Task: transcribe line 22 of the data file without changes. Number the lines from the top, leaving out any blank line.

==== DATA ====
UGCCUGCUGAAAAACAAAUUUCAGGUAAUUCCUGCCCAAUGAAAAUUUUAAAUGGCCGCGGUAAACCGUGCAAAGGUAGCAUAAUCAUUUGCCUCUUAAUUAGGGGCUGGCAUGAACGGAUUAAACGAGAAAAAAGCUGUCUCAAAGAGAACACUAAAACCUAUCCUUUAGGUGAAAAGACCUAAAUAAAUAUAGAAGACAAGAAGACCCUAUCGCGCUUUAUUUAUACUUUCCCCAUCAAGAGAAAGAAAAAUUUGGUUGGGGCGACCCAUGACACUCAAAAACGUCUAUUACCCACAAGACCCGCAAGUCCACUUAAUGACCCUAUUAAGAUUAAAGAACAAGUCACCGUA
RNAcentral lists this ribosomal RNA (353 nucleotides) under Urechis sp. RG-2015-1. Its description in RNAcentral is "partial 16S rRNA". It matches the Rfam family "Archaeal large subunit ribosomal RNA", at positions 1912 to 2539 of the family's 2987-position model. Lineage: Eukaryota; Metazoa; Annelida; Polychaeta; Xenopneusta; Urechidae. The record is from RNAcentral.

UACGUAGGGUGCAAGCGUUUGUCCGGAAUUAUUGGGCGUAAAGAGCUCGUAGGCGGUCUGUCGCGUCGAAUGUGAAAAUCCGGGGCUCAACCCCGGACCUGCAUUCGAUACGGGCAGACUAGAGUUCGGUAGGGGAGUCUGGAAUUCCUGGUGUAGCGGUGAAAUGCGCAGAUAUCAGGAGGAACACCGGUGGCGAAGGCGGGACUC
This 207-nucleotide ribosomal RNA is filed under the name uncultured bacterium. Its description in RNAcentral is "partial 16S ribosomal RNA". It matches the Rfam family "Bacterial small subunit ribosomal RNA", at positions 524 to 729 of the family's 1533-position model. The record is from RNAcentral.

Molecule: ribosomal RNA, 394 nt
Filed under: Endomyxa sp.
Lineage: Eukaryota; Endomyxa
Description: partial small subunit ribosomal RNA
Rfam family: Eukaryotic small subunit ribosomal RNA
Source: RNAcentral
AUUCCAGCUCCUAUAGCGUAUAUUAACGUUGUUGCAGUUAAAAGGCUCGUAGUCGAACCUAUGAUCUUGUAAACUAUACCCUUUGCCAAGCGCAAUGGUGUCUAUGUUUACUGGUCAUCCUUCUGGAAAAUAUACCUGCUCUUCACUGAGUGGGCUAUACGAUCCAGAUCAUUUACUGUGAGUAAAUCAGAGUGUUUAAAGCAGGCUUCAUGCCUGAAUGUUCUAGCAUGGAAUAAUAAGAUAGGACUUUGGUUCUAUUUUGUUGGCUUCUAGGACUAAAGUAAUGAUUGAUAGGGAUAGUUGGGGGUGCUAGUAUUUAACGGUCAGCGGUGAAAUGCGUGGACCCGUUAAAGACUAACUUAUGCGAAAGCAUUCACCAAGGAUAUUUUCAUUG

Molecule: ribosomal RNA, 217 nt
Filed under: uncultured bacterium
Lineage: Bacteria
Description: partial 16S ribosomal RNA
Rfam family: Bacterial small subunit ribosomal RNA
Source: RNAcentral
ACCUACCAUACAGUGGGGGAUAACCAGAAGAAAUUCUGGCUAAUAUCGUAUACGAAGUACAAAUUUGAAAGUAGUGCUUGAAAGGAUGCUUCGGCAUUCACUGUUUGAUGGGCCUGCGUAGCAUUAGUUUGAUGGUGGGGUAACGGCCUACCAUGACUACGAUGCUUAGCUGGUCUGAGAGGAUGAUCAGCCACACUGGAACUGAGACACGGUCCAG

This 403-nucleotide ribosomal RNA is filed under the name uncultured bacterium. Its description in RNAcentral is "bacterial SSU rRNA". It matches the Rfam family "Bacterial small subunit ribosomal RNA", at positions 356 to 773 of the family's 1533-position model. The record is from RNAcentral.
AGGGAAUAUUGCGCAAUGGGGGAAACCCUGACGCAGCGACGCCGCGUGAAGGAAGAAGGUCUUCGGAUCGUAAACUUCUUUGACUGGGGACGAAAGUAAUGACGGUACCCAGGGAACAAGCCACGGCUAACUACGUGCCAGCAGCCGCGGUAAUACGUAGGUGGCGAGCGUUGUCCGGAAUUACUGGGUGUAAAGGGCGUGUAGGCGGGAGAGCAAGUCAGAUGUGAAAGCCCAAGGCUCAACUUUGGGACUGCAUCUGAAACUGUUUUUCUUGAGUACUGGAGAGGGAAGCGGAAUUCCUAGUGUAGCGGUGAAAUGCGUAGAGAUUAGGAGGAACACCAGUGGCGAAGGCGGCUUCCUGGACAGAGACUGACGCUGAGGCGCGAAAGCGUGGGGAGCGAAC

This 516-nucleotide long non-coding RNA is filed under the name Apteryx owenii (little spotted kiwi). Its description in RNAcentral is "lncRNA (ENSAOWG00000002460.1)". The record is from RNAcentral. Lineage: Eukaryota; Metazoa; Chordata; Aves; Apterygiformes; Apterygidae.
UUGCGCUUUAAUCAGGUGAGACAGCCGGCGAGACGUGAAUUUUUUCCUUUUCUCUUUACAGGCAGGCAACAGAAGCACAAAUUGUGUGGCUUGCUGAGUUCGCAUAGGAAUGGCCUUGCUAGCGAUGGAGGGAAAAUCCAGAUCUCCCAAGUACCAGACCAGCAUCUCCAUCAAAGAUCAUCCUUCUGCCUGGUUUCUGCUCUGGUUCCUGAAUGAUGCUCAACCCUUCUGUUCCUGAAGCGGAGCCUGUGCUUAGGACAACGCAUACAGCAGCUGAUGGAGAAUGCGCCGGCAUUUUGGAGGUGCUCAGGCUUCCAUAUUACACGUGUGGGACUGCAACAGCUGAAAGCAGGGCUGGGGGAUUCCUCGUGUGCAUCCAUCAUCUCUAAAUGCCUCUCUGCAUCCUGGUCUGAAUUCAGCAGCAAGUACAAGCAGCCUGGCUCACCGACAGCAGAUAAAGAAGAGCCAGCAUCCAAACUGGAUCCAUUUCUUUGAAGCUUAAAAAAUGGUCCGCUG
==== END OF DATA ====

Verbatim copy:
UUGCGCUUUAAUCAGGUGAGACAGCCGGCGAGACGUGAAUUUUUUCCUUUUCUCUUUACAGGCAGGCAACAGAAGCACAAAUUGUGUGGCUUGCUGAGUUCGCAUAGGAAUGGCCUUGCUAGCGAUGGAGGGAAAAUCCAGAUCUCCCAAGUACCAGACCAGCAUCUCCAUCAAAGAUCAUCCUUCUGCCUGGUUUCUGCUCUGGUUCCUGAAUGAUGCUCAACCCUUCUGUUCCUGAAGCGGAGCCUGUGCUUAGGACAACGCAUACAGCAGCUGAUGGAGAAUGCGCCGGCAUUUUGGAGGUGCUCAGGCUUCCAUAUUACACGUGUGGGACUGCAACAGCUGAAAGCAGGGCUGGGGGAUUCCUCGUGUGCAUCCAUCAUCUCUAAAUGCCUCUCUGCAUCCUGGUCUGAAUUCAGCAGCAAGUACAAGCAGCCUGGCUCACCGACAGCAGAUAAAGAAGAGCCAGCAUCCAAACUGGAUCCAUUUCUUUGAAGCUUAAAAAAUGGUCCGCUG